Beijing’s concerns are already playing out: Mr. Lai’s inaugural address contained elements China viewed as escalatory, including an unequivocal statement that Taiwan and China are not subordinate to one another, language that Beijing views as a “two-country theory.” This language shocked Beijing—every previous DPP president had used their inaugural address to reassure China. The military exercises in late May were largely a reaction to this rhetoric. That Beijing named the exercises “Joint Sword-2024A” indicates that it expects to launch at least one other “Joint Sword” exercise this year, which will almost certainly be timed to respond to a perceived provocation by Mr. Lai’s government.

Calm Before the Storm?

It is likely only a matter of time before tensions begin to reescalate to the levels experienced when Ms. Tsai was president. Beijing deeply distrusts the DPP, especially the party’s radical faction that Mr. Lai represents. Though President Lai has pledged to follow Ms. Tsai’s moderate policies, her approach did little to placate Beijing. Mr. Lai lacks the constitutional authority to declare independence even if he wanted to do so, but Beijing is still wary he will move in that direction. The CCP views his rhetoric, the DPP’s diplomatic outreach to the United States and other countries and its efforts to promote a Taiwanese cultural identity through de-Sinicization as “salami slicing” aimed at gradually bringing about formal independence.

Additionally, regardless of President Lai’s performance, Beijing will likely find reasons to antagonize him. It believes taking the economic and military pressure off Taiwan would risk legitimizing his governance and helping him win reelection in 2028. To prevent this outcome, China will do its best to make Mr. Lai appear ineffective, incompetent or dangerous. Beijing believes this approach has been effective so far, and it is unlikely to change course.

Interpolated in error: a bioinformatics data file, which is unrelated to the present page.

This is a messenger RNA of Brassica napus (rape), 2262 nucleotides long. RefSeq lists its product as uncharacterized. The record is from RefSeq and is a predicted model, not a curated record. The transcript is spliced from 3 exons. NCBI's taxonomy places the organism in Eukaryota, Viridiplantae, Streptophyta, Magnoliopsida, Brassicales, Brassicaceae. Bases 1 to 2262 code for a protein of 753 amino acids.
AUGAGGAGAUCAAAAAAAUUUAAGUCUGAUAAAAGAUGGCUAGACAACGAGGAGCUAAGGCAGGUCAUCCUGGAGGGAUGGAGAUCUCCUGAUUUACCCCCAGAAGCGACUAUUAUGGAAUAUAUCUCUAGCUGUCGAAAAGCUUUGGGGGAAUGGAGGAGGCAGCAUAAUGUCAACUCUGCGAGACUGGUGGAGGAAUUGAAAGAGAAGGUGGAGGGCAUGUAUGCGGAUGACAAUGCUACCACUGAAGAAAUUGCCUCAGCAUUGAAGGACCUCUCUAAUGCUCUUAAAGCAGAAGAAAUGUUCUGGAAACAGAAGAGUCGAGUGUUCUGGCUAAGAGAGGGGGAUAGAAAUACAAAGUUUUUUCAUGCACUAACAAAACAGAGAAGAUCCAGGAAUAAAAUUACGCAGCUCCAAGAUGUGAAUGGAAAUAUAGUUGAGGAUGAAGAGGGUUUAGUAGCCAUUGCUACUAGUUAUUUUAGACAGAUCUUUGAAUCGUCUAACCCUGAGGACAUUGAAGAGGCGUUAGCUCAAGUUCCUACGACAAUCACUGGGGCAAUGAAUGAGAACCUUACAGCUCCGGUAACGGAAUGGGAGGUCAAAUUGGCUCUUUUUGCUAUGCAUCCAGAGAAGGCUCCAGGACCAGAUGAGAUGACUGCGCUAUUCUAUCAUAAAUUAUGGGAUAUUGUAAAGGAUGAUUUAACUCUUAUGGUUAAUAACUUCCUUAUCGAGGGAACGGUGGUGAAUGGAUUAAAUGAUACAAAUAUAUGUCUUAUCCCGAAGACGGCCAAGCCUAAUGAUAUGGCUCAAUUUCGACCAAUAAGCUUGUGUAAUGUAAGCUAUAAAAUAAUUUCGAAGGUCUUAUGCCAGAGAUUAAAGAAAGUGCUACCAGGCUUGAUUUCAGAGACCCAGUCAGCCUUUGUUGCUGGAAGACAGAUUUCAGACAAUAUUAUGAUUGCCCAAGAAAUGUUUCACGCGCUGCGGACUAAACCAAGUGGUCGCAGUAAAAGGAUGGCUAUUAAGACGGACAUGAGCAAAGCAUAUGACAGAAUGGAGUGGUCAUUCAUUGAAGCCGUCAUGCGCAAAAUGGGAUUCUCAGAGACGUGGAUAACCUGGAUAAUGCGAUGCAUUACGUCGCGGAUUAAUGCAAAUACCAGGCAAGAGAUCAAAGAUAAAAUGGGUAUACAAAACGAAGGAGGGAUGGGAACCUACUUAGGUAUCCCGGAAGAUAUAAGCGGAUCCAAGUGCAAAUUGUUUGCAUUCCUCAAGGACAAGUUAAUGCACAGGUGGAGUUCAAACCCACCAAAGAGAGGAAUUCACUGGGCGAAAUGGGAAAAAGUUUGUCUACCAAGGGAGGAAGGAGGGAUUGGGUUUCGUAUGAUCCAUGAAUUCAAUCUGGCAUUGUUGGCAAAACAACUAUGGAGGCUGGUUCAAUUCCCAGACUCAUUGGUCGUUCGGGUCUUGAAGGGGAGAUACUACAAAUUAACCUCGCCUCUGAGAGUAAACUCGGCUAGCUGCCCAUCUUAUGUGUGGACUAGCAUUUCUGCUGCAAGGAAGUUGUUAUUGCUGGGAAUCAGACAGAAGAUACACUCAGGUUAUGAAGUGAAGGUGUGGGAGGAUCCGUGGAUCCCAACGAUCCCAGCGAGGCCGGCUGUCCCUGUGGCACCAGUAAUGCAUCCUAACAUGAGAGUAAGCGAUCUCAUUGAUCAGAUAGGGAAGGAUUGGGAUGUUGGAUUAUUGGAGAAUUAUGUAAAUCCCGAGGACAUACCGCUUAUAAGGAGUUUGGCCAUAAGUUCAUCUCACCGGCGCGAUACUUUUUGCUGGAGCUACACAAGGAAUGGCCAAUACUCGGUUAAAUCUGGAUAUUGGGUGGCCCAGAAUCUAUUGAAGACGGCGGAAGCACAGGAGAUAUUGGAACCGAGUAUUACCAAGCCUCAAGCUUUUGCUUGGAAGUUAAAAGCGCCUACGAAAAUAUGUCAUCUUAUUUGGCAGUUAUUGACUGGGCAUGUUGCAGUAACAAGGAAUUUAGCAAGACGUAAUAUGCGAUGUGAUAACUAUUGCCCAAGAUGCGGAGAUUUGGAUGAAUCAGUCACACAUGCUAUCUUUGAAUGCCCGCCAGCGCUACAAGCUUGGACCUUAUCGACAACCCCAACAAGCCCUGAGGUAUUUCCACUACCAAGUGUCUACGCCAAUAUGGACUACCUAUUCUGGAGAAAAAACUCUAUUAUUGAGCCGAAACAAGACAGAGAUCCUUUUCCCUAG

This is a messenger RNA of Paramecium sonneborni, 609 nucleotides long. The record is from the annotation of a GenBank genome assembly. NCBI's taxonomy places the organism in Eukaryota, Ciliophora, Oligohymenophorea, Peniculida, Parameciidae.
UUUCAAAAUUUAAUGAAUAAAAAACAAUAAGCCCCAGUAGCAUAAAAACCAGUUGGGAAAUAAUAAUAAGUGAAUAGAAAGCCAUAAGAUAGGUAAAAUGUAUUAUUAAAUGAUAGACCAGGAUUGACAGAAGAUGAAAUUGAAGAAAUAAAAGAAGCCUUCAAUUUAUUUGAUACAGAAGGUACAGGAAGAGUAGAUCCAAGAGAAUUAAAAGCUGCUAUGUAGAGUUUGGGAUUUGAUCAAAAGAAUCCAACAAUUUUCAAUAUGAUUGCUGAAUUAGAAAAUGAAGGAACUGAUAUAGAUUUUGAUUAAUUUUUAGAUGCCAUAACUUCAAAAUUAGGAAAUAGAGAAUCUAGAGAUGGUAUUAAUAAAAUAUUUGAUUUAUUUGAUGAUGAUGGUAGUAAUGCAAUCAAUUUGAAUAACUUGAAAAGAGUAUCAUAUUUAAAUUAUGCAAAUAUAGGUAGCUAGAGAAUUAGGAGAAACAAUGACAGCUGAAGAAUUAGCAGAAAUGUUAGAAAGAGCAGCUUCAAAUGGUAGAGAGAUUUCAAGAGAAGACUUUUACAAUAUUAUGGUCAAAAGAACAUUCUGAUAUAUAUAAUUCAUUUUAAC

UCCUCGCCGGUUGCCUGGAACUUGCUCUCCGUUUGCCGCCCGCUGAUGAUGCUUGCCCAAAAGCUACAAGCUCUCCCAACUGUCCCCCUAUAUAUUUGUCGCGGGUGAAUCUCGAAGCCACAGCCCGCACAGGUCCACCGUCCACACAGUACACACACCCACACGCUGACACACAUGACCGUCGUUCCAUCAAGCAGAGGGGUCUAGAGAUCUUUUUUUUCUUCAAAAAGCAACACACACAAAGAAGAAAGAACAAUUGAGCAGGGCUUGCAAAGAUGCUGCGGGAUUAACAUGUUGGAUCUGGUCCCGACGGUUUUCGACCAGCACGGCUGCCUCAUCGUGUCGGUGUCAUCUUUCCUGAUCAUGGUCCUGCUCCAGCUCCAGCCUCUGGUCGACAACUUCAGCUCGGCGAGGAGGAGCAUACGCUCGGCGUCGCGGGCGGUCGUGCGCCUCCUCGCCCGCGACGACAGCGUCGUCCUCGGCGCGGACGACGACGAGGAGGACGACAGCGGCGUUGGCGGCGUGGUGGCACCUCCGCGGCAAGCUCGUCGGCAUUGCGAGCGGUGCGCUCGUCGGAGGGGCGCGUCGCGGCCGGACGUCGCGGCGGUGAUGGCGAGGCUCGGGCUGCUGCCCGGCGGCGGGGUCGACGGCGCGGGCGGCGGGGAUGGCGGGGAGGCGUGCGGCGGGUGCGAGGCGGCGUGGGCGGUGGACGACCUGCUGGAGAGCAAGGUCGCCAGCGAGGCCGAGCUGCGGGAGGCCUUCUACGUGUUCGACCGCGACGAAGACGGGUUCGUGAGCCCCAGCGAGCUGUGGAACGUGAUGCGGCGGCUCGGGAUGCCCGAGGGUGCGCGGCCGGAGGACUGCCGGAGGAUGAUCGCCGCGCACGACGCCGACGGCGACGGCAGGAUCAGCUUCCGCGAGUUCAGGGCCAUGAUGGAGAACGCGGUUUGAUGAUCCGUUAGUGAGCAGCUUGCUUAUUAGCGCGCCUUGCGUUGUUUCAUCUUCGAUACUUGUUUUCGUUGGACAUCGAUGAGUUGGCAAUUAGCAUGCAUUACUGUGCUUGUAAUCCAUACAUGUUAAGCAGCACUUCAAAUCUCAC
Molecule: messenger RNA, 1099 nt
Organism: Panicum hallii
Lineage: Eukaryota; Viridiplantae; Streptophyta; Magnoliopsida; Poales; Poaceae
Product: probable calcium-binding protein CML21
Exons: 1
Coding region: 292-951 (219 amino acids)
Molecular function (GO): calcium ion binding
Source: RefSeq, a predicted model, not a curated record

Silver Linings

At the same time, there are reasons to believe cross-Strait tensions during the Lai presidency may not deteriorate as precipitously as many previously feared. First, as noted, Beijing appears confident that Taiwan’s political winds no longer favor the DPP. Though it realizes a continued split in the opposition might help President Lai secure reelection in 2028, the DPP’s loss of legislative control gives China cause for optimism. Beijing’s interest in maintaining dialogue with KMT lawmakers will likely result in some limited concessions as it seeks to bolster the party’s credibility, a marked improvement over the single-minded effort to delegitimize an entire DPP-run government the past eight years.

>>> The American Case for Taiwan

Second, although there is little chance Beijing will agree to formal dialogue with a DPP administration, its official narratives about Mr. Lai’s election were less provocative than most expected. In addition, President Xi Jinping’s dovish message to Taiwan’s former president Ma Ying-jeou (2008-2016) during Mr. Ma’s visit to Beijing in April seemed to both convey a friendly message to Taiwan’s public and to set the tone in China for a less belligerent approach to the island. With the exception of the inaugural address, Mr. Lai has also exercised considerable caution with regards to Beijing.

Finally, China faces a complicated domestic and international environment in the coming years. To limit the number of potential crises it may face, the CCP will likely exercise caution around the Taiwan issue until some of the more immediate threats are diffused. Pressing concerns include its deepening economic challenges, an ongoing spate of purges in senior government and military posts and confrontations with the U.S. and the Philippines in the South China Sea. While Taiwan is a long-term challenge that neither side expects to resolve in the coming years, these other issues are lurking landmines that could detonate at a moment’s notice.

China is also likely to remain cautious in the leadup to the U.S. presidential election in November. If the vote results in a change of White House occupants, Beijing’s heightened caution may persist until after the January 2025 inauguration.

Though tensions will likely increase through 2025, China will probably again err on the side of restraint in 2027 when President Xi seeks a fourth term as CCP general secretary. Although Mr. Xi faces no serious challenges to his position, he is unlikely to allow tensions to get out of control ahead of the party congress. The one exception would be if Beijing felt its claim over Taiwan had been seriously challenged, in which case the party’s need to preserve legitimacy could make it even more likely to intervene, even if it meant risking a destructive war.

This piece originally appeared in Geopolitical Intelligence Services Reports Online